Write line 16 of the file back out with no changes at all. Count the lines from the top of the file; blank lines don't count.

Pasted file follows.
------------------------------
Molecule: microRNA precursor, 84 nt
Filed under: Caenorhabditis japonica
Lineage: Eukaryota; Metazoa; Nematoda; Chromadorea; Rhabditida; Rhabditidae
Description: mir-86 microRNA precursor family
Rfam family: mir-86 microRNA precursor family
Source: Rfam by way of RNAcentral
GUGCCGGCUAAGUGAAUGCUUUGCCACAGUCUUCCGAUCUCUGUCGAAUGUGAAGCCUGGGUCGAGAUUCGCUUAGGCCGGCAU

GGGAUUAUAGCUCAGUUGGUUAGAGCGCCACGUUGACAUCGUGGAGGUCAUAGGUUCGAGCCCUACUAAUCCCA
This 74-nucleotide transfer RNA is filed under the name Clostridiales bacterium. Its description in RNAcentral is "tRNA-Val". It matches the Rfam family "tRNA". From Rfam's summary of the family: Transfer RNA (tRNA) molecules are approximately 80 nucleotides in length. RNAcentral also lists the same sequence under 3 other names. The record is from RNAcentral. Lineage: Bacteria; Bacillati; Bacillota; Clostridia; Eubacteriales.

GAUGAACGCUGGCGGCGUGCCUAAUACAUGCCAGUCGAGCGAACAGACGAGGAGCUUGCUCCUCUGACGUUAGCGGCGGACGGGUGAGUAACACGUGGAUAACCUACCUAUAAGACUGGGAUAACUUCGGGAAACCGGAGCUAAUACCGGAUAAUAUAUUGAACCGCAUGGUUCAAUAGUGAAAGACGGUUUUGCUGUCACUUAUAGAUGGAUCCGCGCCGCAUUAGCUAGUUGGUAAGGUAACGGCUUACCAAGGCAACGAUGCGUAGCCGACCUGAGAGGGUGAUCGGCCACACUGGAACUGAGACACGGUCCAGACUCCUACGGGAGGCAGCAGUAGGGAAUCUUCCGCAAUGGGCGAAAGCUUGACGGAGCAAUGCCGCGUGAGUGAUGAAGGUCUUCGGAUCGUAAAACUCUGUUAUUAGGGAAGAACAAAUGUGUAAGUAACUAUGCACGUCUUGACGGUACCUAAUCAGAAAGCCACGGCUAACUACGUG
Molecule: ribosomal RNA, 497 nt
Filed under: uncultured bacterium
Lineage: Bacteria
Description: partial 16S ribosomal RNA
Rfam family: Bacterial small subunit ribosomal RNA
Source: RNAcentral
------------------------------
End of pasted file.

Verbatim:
Source: RNAcentral